Bullying is typically characterized as continuous harassment that involves criticism and humiliation (Gardner & Johnson, 2001). This also includes racial/ethnic bullying behaviors, such as racial slurs or employee exclusion from activities (Fox and Stallworth, 2006). Additionally, there is typically an imbalance of power, making it difficult for victims to defend themselves (Cowie et al., 2002). Workplace bullying may be displayed in a variety of diverse ways, with all having a significant impact on the affected employee. As noted by Gardner & Johnson (2001), the primary acts of workplace bullying include the following: speaking about an employee behind his or her back, constantly interrupting an employee while they are working or talking, acting condescending, or displaying authority over an employee, belittling opinions, purposefully ignoring phone calls and emails, insulting, and shouting at an employee, sexual harassment, negative forms of eye contact, and display false praise. These primary acts, in addition to other workplace bullying behaviors, can typically be grouped into the following types: threat to professional status, threat to personal standing, isolation, overwork, and destabilization (Cowie et al., 2002). Workplace bullying affects approximately 42 percent of employees at some point in their careers (Gardner & Johnson, 2001). Additionally, approximately 90 percent of workers suffer from bullying from their superiors during their careers, as managers with underdeveloped people skills are typically responsible for this type of behavior, resulting from their own insecurities (Gardner & Johnson, 2001). There is an overall lack of policies against workplace bullying and a wide acceptance of inappropriate management styles. Spurred by these two aspects, a review of workplace bullying litigation cases resulted in some of the following findings: the majority of cases studied in the review occurred in the public sector (at approximately 67 percent); within the cases, 73.3 percent involved persistent and repeated bullying to one or more employees; their studies resulted in finding stress (53.3 percent) and post-traumatic stress disorder (4.4 percent) present in victims; and managers were the aggressors in 55.6 percent of the cases (LaVan & Martin, 2010). Workplace bullying can be measured by studies in a variety of different methods to determine aspects such as psychological and physiological impact, organizational culture, and population impacted. The following are different methods in measuring workplace bullying: focusing on inside perspectives, which involves questionnaires, surveys, self-reporting, focus groups, and critical incident technique; focusing on outside perspectives, which includes observational methods and peer reporting; and a multimodal approach, which integrates both outside and inside perspectives and utilizes measures from both (Cowie et al., 2002). Additionally, within the context of workplace bullying is cyberbullying, which has emerged with the increase in technology utilized in the workplace. Noted by Piotrowski (2021), many employees feel they are vulnerable to cyber abuse from their colleagues, and there have been multiple sexual harassment lawsuits in the workplace stemming from inappropriate emails or Internet use.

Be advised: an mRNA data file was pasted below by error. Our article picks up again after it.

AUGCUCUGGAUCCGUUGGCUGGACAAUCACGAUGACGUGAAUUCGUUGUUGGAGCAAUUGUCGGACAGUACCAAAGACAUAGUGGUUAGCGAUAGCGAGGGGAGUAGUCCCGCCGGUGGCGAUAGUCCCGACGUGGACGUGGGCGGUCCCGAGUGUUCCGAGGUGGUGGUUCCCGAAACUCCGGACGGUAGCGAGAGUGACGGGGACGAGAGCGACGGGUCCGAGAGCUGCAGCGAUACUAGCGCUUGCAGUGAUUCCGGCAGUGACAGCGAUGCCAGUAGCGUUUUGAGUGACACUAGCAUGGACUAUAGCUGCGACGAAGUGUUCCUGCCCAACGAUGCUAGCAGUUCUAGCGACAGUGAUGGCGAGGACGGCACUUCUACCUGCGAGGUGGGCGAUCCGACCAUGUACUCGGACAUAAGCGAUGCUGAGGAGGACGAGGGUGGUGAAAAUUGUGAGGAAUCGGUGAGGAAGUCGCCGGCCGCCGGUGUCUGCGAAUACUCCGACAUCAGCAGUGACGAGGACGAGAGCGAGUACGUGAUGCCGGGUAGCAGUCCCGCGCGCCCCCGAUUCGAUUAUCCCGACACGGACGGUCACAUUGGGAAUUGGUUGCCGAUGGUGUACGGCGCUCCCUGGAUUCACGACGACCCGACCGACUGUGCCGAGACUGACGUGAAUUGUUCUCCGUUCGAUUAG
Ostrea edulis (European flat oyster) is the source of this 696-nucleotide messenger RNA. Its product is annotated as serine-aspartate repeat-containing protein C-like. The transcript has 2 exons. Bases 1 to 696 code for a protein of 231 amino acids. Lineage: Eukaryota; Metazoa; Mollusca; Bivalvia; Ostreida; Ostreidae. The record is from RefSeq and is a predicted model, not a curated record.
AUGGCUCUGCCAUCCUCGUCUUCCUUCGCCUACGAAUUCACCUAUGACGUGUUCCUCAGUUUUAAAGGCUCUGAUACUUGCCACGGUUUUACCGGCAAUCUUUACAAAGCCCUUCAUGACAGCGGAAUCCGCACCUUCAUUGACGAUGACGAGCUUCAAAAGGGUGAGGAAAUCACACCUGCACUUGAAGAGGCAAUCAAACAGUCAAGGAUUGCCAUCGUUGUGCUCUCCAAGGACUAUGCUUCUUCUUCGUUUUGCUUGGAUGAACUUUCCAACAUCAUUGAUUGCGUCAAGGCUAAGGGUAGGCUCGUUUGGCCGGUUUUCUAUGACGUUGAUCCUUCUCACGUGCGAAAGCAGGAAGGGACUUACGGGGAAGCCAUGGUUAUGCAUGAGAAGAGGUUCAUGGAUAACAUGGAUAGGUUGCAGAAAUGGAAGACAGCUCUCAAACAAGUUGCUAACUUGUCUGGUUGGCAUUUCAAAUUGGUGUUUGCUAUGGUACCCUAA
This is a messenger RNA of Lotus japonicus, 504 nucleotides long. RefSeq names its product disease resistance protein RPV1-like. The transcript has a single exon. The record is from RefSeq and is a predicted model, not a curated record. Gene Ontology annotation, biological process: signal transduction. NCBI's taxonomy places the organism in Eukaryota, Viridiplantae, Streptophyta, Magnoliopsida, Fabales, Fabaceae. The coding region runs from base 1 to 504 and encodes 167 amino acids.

Analysis of Workplace Bullying